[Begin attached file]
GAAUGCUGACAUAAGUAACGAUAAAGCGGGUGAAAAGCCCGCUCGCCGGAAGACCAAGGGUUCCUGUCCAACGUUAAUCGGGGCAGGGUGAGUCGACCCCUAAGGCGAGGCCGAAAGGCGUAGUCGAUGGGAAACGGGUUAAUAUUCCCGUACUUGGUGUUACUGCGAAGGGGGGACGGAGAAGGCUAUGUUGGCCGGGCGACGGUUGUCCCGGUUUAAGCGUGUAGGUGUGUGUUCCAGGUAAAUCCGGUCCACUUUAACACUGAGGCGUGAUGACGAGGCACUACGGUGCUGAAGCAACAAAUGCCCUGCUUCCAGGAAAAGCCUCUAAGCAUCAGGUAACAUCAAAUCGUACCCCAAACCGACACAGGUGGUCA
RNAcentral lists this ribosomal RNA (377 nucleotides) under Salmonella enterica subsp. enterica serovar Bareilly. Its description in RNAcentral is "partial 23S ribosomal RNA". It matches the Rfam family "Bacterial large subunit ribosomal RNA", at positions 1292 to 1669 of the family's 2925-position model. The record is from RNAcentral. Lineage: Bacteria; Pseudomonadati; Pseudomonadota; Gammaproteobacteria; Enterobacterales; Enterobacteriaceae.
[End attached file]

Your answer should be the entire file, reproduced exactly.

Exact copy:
GAAUGCUGACAUAAGUAACGAUAAAGCGGGUGAAAAGCCCGCUCGCCGGAAGACCAAGGGUUCCUGUCCAACGUUAAUCGGGGCAGGGUGAGUCGACCCCUAAGGCGAGGCCGAAAGGCGUAGUCGAUGGGAAACGGGUUAAUAUUCCCGUACUUGGUGUUACUGCGAAGGGGGGACGGAGAAGGCUAUGUUGGCCGGGCGACGGUUGUCCCGGUUUAAGCGUGUAGGUGUGUGUUCCAGGUAAAUCCGGUCCACUUUAACACUGAGGCGUGAUGACGAGGCACUACGGUGCUGAAGCAACAAAUGCCCUGCUUCCAGGAAAAGCCUCUAAGCAUCAGGUAACAUCAAAUCGUACCCCAAACCGACACAGGUGGUCA
RNAcentral lists this ribosomal RNA (377 nucleotides) under Salmonella enterica subsp. enterica serovar Bareilly. Its description in RNAcentral is "partial 23S ribosomal RNA". It matches the Rfam family "Bacterial large subunit ribosomal RNA", at positions 1292 to 1669 of the family's 2925-position model. The record is from RNAcentral. Lineage: Bacteria; Pseudomonadati; Pseudomonadota; Gammaproteobacteria; Enterobacterales; Enterobacteriaceae.